Web Design All-in-One For Dummies, 2nd Edition
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Most of the best code editors these days — whether you’re using a code-only editor or one with a WYSIWYG (“what you see is what you get”) view — automatically write web code for that conforms to HTML 4.01, XHTML 1.0, or HTML5 standards based on the document type definition (DTD) you select when creating your pages.

Where your code can start to unravel, however, is when you start hand-coding, hand-editing, and using any free code and scripts that you find online.

Another problem can happen when you start working with legacy HTML pages that still use some of the older HTML tags that have been deprecated (phased out) over the past several years. You might want to start coding your projects with HTML5 and use only XHTML or HTML 4.01 Transitional if you have a specific need to do so.

Alternatively, you can start with HTML 4.01 and then easily transition to XHTML or HTML5 code, at which point the stricter and newer rules of XHTML and HTML5 might make more sense to you. Make sure to use the version you choose consistently throughout your site.

One benefit of starting with HTML is that some tags and attributes are backward compatible with many older browsers, whereas XHTML and HTML5 are not supported in part or in full by many of the older browsers.

In addition, programs such as Dreamweaver and Expression web can code properly syntaxed semantic HTML, XHTML, and HTML5, but the programs aren’t human, so you need to intervene occasionally to ensure that the code is properly formatted and remains that way anytime you make alterations to your code by hand.

Review these rules for HTML, XHTML, and HTML5 and use the markup that best meets your needs.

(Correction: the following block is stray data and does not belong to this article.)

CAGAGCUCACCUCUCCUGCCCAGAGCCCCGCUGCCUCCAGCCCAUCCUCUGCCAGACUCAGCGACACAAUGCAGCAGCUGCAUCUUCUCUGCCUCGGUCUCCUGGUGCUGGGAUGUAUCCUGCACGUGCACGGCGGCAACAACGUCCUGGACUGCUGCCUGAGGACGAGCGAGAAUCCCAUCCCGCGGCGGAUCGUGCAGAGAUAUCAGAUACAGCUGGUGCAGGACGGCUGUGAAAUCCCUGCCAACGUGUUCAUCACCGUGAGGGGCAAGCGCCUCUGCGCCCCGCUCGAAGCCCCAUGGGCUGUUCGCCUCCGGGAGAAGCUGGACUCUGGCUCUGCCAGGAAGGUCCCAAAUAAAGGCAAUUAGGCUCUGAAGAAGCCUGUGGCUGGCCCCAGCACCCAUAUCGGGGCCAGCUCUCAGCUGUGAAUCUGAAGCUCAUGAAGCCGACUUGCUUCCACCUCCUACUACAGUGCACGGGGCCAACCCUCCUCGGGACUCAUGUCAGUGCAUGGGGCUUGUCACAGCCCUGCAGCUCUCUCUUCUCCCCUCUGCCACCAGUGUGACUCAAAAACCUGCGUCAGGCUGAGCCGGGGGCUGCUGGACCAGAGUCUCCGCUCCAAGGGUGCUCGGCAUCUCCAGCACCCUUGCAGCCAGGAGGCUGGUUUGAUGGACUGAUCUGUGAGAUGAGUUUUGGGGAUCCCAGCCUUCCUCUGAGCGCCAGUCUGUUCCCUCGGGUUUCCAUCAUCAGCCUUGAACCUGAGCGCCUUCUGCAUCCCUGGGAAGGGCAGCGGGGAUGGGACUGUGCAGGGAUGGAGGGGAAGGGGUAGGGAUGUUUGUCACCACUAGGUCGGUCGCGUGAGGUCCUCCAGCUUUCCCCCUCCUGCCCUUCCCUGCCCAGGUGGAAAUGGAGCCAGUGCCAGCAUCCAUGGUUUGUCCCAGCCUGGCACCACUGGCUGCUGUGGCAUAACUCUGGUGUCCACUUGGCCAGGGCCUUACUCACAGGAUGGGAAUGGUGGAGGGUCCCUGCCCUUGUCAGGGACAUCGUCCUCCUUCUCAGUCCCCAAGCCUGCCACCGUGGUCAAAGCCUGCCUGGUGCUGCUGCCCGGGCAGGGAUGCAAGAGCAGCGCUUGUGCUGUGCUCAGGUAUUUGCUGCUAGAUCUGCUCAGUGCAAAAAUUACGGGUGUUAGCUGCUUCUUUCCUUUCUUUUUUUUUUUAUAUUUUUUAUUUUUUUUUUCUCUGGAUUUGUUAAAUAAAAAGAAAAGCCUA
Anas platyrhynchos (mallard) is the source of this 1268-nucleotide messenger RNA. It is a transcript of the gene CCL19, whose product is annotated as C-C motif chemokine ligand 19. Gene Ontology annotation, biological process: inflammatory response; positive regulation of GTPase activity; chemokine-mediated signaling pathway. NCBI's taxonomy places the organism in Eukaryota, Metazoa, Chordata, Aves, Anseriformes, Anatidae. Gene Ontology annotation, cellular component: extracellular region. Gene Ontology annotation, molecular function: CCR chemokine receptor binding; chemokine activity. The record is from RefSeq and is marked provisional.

Code structure must be ordered correctly, but forgotten tags may be forgiven and cause a page to fail acceptably, such as forgetting to close the </span> or <span class="code"><head></span> tag.</td> <td>All code elements must be closed and placed in the proper location hierarchically within the opening and closing <span class="code"><html></span> tags, as in<br /> <span class="code"><html></span><span class="code"><br /> </span><span class="code"><head>...</head></span><span class="code"><br /> </span><span class="code"><body>...</body></span><span class="code"><br /> </span><span class="code"></html></span></td> <td>Markup can be written in either HTML, XHTML, or a combo “polyglot markup” syntax that combines rules of HTML and XHTML.</td> </tr> <tr> <td>HTML files should have, but aren’t required to have, an HTML DOCTYPE declaration above the opening <span class="code"><html></span> tag.</td> <td>All XHTML files must include an XHTML DOCTYPE declaration above the opening <span class="code"><html></span> tag, as in<br /> <span class="code"><!DOCTYPE html</span><span class="code"><br /> </span><span class="code">PUBLIC “-//W3C//DTD XHTML 1.0</span><span class="code"><br /> </span><span class="code">Transitional//EN”</span><span class="code"><br /> </span><span class="code">“http://www.w3.org/TR/xhtml1/DTD/</span><span class="code"><br /> </span><span class="code">xhtml1-transitional.dtd”></span><span class="code"><br /> </span><span class="code"><head></span><span class="code"><br /> </span><span class="code"><title>Add your title here